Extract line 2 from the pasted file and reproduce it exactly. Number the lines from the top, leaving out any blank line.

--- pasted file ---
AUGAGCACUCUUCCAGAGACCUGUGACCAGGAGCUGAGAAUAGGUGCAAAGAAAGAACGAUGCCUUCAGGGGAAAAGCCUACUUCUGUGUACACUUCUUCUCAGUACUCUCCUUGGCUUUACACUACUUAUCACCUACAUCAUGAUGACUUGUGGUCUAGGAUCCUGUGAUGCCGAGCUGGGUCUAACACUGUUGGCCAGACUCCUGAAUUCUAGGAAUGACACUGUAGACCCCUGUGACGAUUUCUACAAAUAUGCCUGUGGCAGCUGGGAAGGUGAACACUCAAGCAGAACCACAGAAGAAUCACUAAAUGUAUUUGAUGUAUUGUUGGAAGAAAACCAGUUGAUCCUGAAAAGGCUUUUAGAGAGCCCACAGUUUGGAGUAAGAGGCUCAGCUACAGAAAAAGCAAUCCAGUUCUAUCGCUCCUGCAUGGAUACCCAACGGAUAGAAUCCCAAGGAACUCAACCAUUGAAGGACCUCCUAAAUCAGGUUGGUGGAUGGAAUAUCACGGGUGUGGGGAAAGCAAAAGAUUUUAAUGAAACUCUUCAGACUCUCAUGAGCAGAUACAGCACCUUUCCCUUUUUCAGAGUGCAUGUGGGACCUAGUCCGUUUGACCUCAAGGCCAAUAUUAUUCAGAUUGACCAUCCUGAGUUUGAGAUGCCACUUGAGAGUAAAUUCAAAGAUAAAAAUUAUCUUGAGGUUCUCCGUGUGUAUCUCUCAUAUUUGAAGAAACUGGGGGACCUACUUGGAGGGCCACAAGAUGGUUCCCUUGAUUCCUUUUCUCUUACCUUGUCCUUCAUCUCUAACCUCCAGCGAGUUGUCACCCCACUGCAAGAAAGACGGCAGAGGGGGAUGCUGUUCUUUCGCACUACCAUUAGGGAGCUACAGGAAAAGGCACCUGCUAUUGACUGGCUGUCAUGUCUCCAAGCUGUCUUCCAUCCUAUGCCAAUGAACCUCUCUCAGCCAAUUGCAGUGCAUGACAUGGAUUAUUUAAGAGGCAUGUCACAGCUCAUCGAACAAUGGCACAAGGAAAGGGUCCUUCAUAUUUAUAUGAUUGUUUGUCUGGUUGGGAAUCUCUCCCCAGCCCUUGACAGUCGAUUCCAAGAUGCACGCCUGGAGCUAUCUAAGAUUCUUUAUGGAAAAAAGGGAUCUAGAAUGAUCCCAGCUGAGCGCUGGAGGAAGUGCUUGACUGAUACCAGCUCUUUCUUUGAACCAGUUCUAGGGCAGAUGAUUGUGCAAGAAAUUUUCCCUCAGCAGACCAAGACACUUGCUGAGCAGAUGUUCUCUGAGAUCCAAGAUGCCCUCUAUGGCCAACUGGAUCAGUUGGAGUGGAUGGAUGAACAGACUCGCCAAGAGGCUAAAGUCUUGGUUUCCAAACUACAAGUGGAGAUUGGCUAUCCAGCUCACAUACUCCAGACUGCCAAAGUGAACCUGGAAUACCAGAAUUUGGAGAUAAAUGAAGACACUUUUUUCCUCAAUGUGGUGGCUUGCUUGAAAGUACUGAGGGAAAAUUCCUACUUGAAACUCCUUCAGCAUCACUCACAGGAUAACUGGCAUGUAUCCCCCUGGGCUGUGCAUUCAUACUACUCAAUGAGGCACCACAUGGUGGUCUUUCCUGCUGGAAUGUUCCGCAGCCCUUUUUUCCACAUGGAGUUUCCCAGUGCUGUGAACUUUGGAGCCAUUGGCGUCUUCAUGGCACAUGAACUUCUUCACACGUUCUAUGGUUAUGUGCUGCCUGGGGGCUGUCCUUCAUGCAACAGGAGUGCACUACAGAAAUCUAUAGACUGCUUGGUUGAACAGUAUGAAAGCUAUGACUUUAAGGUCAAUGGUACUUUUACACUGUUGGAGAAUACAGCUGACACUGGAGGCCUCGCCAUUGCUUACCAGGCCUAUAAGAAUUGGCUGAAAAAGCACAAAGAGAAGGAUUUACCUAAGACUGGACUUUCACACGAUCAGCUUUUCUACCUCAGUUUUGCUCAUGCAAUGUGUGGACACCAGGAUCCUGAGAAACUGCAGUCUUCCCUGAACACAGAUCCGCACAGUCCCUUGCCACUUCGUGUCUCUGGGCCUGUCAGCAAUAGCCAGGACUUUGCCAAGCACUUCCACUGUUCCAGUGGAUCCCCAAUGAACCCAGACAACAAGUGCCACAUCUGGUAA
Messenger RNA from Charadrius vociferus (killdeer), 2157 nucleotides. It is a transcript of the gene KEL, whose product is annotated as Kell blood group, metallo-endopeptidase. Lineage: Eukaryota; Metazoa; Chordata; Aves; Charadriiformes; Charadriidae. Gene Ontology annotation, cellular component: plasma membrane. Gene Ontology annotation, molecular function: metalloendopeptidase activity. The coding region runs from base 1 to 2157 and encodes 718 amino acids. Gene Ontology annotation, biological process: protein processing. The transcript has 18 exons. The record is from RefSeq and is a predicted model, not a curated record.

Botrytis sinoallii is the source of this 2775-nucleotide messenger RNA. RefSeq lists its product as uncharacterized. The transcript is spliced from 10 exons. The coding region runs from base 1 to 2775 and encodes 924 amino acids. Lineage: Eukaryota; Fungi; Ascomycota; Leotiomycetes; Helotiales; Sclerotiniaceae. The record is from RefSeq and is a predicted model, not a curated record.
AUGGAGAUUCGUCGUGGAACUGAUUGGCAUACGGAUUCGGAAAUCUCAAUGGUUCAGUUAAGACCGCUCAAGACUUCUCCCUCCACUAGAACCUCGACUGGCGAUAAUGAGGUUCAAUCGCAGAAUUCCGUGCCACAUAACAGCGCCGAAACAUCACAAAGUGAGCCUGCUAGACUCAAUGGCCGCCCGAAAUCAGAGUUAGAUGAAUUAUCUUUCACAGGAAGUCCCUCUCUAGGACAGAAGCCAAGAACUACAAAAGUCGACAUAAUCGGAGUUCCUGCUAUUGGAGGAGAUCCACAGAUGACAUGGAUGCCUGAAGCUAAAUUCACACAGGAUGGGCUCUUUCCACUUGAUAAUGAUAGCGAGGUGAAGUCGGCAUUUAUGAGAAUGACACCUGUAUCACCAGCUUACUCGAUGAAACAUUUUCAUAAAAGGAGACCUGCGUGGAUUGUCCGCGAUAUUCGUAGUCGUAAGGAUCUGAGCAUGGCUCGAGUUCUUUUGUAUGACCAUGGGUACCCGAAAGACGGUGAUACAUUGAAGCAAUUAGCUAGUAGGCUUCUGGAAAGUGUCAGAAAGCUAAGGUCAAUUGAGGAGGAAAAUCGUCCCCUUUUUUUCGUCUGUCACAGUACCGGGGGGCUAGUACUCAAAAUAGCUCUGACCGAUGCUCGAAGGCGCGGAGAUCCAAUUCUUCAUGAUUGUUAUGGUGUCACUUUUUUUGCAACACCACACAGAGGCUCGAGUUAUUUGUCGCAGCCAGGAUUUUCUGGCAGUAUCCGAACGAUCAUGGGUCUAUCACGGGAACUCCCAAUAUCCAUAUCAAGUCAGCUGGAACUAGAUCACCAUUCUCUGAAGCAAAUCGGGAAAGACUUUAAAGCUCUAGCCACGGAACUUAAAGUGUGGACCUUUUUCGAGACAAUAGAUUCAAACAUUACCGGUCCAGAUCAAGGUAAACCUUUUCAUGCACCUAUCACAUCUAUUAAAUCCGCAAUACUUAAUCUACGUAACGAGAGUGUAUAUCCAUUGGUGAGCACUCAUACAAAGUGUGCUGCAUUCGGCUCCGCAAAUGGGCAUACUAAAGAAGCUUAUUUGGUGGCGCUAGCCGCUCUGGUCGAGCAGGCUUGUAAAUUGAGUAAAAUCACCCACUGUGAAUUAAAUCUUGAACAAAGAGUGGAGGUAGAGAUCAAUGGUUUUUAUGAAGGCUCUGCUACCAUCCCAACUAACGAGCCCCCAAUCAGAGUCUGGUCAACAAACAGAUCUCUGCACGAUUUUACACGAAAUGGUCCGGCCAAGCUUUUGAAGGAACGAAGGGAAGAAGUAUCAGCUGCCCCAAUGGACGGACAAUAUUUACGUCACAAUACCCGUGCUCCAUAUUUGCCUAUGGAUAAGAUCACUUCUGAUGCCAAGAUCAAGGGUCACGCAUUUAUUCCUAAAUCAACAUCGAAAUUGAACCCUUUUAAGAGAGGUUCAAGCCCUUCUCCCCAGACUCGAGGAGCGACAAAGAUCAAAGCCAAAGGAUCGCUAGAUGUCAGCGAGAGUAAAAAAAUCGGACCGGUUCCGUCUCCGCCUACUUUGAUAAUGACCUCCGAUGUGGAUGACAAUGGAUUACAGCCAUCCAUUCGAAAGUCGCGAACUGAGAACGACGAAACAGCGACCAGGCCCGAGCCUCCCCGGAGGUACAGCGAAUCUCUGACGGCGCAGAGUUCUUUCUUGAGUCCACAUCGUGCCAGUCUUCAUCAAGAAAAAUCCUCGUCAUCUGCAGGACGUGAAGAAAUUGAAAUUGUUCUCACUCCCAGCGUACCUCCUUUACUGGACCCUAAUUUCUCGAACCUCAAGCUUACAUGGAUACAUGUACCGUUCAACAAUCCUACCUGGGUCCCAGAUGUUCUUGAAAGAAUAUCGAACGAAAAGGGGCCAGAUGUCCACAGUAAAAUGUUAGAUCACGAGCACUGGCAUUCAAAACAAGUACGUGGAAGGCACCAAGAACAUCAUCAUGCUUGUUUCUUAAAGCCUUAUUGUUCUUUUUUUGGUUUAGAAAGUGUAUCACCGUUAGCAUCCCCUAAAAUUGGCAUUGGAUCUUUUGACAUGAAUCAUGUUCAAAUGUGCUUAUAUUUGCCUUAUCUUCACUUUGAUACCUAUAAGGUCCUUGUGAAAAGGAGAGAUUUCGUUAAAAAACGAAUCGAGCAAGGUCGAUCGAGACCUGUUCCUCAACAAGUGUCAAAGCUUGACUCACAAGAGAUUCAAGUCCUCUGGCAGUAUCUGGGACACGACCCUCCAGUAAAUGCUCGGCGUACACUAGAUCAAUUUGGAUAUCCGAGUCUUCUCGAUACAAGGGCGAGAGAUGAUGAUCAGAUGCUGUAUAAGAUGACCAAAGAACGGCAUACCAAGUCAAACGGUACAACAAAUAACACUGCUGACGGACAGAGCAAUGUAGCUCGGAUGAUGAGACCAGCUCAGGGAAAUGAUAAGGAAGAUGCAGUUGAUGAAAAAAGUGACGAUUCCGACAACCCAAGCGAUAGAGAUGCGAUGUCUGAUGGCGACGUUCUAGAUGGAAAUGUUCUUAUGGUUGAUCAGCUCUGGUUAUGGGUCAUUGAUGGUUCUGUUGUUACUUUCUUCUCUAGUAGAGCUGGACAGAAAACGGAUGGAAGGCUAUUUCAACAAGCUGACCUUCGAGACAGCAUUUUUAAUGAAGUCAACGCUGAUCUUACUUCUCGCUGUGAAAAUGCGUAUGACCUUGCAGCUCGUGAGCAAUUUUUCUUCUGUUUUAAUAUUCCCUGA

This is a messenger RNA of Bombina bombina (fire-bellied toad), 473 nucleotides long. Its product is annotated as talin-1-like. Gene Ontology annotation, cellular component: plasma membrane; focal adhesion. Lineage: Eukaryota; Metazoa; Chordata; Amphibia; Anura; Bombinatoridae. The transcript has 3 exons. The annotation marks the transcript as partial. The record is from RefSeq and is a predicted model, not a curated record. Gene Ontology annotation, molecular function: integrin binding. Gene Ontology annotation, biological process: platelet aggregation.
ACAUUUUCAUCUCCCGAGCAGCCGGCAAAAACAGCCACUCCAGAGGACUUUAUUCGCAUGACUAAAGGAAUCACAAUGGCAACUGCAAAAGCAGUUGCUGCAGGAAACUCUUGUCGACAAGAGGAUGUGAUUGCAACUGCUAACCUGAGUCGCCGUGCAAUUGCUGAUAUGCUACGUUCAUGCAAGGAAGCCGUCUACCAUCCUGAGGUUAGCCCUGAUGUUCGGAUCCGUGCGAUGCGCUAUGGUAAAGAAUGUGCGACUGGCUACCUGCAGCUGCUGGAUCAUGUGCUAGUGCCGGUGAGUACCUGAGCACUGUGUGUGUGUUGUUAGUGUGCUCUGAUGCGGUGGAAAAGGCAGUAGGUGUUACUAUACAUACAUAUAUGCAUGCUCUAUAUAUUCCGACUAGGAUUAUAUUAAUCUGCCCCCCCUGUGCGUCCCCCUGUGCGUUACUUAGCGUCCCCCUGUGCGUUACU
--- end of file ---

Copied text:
Messenger RNA from Charadrius vociferus (killdeer), 2157 nucleotides. It is a transcript of the gene KEL, whose product is annotated as Kell blood group, metallo-endopeptidase. Lineage: Eukaryota; Metazoa; Chordata; Aves; Charadriiformes; Charadriidae. Gene Ontology annotation, cellular component: plasma membrane. Gene Ontology annotation, molecular function: metalloendopeptidase activity. The coding region runs from base 1 to 2157 and encodes 718 amino acids. Gene Ontology annotation, biological process: protein processing. The transcript has 18 exons. The record is from RefSeq and is a predicted model, not a curated record.